Anonymous insider sources told U.S. media early in September that President Joe Biden’s administration would likely soon announce that the U.S. will transfer MGM-140 ATACMS land-attack missiles to Ukraine. Allegedly, a recently “rediscovered” stockpile of these ground-launched missiles has boosted the appeal of such a transfer, though recently, an Army official denied any ATACMS inventory was actually 'lost' by the U.S. military.
Publicly, though, White House officials have maintained that an ATACMS transfer is “on the table,” but not yet decided, and said they would not announce a transfer of these weapons during Ukraine President Volodymyr Zelensky's visit to New York and Washington this week as Kyiv had urged.
For over a year, Ukraine and its supporters have lobbied for access to this deep strike weapon, compatible with the M142 HIMARS rocket artillery truck and older, heavier tracked M270 MLRS vehicles already donated to Ukraine. Zelensky says that he has discussed supply of ATACMS with Biden on multiple occasions. And while one faction of congressional Republicans staunchly opposes aid to Ukraine, four Republican senators from an opposing faction wrote a letter to Biden urging him to finally donate ATACMS.
Biden’s reluctance to donate the Army Tactical Missile System stems from two concerns. The first is that ATACMS’s chief advantage—its strike range of 190 miles—might enable Ukraine to mount provocative attacks deeper into Russian soil using an American-supplied weapon. As for many other weapons supplied to Ukraine without consequence, propagandists in Russia have (very dubiously) threatened grandiose consequences should ATACMS be donated, such as attacks on bases in Poland and Germany.
More threats from Olga Skabeyeva today:
"Washington is well aware that if the Pentagon supplies Ukraine with ATACMS missiles with a range of up to 300km, Russia has every right to defend itself. That's to say, to strike Poland or the US's Ramstein base in Germany, for example." pic.twitter.com/8hljf4ig6L
— Francis Scarr (@francis_scarr) September 19, 2022
However, concerns that Ukraine might employ ATACMS problematically have likely been significantly allayed by the U.K. and France’s delivery of Storm Shadow/SCALP-EG cruise missiles earlier this year, which exceed ATACMS in range. Ukraine has extensively employed these missile, but not on targets on Russian soil (which have instead been struck by indigenous Ukrainian weapons).
The other concern was the limited number of ATACMS missiles produced—just over 4,000, of which around 500 were used in combat and the majority of initial production retired. That means ATACMS donated to Ukraine could dent the U.S. Army’s and Marine Corp’s current stockpile.
CNN claims that Lockheed Martin is building/modernizing 500 new ATACMS missiles per year, likely mostly devoted to fulfilling foreign export orders (see below) with 900 already sold abroad by mid-2023 to Bahrain, Greece, Qatar, South Korea, Poland, Romania, Turkey and UAE. Budget documents suggest M57 missile cost $1.7 million in 2021 dollars, while M57E1s rebuilt from retired M39 missiles cost $1.3 million.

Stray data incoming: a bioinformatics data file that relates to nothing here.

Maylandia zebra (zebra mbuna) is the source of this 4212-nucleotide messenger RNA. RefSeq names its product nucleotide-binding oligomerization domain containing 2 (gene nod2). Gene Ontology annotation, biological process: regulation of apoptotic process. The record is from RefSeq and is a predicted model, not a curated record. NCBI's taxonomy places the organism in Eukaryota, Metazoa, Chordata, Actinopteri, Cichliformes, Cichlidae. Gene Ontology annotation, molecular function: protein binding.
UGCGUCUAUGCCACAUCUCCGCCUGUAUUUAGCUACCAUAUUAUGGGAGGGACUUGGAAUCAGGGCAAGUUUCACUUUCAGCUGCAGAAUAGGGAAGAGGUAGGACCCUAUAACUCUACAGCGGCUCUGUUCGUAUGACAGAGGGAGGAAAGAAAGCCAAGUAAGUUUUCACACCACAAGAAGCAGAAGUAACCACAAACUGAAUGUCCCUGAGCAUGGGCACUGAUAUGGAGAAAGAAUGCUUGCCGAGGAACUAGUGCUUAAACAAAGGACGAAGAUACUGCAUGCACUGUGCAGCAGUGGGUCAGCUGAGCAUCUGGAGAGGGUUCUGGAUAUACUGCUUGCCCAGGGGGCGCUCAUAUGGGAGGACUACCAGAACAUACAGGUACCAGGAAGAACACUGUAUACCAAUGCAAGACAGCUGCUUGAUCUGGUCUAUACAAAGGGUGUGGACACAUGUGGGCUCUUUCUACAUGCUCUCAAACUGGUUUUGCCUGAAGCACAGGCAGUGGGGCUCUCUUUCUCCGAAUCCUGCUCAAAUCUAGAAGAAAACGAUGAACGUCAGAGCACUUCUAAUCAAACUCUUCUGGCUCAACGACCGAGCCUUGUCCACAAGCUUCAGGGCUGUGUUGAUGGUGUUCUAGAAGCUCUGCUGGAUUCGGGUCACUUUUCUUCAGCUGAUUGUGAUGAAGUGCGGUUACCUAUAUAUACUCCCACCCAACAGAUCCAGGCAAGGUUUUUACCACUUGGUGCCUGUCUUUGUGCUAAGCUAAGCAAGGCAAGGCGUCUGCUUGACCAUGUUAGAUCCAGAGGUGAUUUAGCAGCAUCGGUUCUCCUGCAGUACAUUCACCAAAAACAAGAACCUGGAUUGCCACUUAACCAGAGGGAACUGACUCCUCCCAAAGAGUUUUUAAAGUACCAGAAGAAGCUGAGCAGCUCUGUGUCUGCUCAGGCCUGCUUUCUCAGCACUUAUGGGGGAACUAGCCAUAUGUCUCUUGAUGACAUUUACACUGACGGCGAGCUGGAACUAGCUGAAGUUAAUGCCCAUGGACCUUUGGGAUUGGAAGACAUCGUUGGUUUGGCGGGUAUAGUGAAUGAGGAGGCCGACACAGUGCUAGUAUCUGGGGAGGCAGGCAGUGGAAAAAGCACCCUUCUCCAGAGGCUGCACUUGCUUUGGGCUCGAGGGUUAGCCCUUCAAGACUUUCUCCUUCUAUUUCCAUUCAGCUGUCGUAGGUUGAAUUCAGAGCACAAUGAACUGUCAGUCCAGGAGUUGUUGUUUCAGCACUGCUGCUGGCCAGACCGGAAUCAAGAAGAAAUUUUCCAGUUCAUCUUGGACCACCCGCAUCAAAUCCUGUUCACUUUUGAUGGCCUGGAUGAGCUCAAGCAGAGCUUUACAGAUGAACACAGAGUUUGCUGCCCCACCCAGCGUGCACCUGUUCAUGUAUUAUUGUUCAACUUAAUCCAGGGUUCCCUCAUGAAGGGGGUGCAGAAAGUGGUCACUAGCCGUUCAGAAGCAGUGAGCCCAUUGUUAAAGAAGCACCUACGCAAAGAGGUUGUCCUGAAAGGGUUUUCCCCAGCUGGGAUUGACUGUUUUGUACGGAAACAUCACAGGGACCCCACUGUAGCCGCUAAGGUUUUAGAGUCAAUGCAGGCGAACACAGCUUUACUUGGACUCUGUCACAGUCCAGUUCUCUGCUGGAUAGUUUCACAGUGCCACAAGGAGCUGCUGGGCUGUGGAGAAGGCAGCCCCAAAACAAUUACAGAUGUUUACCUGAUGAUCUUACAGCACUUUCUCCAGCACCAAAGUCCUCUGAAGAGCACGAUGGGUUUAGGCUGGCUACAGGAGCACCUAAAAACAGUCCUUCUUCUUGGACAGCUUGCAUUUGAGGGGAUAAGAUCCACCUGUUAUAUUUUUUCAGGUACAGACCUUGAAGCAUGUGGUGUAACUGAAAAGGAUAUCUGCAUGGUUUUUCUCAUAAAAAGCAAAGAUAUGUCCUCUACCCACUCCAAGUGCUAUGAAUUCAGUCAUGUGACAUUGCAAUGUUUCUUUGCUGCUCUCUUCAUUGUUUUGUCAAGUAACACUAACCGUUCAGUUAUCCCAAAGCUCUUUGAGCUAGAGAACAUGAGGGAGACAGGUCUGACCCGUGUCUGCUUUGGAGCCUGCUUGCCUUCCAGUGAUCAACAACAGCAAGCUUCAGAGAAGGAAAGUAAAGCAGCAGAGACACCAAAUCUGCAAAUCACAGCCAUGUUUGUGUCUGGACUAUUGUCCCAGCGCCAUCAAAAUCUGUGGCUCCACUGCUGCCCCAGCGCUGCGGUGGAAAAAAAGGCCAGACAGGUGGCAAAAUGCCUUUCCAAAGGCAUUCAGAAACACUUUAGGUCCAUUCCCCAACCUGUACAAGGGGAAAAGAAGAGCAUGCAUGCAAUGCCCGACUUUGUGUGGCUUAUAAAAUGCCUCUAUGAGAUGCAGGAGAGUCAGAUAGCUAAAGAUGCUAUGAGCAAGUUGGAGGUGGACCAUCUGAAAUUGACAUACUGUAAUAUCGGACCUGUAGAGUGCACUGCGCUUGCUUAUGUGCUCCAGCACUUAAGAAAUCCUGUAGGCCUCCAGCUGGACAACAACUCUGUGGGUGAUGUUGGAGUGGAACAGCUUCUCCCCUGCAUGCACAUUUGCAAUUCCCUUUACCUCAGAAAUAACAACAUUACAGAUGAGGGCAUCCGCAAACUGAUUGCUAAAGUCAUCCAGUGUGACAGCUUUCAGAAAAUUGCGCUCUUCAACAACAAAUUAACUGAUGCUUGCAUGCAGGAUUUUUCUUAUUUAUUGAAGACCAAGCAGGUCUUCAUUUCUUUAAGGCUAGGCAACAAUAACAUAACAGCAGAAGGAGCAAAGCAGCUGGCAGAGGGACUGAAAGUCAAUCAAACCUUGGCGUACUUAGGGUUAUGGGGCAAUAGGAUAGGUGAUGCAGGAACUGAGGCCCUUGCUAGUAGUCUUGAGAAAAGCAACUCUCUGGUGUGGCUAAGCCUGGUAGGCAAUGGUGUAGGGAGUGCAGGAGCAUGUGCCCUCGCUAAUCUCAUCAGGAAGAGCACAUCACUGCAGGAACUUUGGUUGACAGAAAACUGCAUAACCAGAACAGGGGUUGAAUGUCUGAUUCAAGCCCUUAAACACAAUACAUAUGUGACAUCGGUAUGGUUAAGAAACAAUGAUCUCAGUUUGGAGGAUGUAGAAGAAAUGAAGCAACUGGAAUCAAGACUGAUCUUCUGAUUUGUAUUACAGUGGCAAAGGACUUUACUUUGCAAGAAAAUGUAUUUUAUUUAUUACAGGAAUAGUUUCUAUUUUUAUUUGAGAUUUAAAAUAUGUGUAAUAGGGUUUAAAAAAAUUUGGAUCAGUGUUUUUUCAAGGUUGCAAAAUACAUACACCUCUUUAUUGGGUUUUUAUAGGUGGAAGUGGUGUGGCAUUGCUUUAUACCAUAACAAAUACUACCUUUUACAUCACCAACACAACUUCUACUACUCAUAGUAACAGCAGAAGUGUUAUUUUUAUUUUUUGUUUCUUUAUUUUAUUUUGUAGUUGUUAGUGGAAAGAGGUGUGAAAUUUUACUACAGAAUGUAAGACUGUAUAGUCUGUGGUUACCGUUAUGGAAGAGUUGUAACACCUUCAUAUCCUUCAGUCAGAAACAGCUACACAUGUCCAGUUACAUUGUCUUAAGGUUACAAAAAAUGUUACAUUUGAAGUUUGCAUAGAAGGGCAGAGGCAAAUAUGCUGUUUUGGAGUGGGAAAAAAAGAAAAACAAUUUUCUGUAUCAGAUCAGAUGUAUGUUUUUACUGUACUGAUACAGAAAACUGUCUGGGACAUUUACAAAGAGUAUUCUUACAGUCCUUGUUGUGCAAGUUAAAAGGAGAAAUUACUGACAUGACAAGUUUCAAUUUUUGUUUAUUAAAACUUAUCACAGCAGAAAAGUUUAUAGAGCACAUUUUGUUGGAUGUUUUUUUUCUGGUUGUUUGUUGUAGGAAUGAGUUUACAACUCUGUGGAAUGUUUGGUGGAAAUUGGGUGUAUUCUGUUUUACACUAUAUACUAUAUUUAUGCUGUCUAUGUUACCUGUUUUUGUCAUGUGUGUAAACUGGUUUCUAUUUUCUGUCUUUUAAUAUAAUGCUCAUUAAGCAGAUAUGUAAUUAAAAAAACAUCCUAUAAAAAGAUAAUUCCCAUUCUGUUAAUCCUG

A rediscovered stockpile (if it exists in some form) may ease quantity concerns, and likely consists of retired M39-series missiles designed to release hundreds of cluster bomblets. These M39s could be transferred directly to Ukraine, or the U.S. could donate some of its newer, non-cluster warhead M57 missiles while converting rediscovered M39s into M57E1s to backfill the U.S. military’s inventory.
A wheeled HIMARS rocket launcher ordinarily carries a single, pre-loaded pod laden with six 227-millimeter artillery rockets effective out to 43 miles. The older, beefier tracked M270 MLRS carries two such pods (12 missiles total). But those pods can be swapped one-for-one with ATACMS pods carrying one big 610-millimeter diameter guided missile that can fly 186 miles.
That allows such artillery units to double as quasi-ballistic missile launchers capable of ‘deep fires’ against targets far beyond the frontline, including high-level command posts, airbases, and fuel and ammunition stores, as well as enemy artillery, air defenses, and opposing tactical missiles.
Presently, Ukraine has received or been pledged at least 38 M142 HIMARS trucks, as well as at 18 M270A1s or B1s donated by France, Italy and the United Kingdom that can employ ATACMS missiles. There are also five German M270 MARS systems compatible only with the oldest M39 missiles. The fact that Ukraine already owns these launch vehicles and has experience using them would significantly eases challenges in integrating another type of long-range weapon.
None of these vehicles has been visually confirmed lost in combat, despite Russia’s frequent claims to have destroyed more HIMARS systems than were ever delivered to Ukraine.
How ATACMS works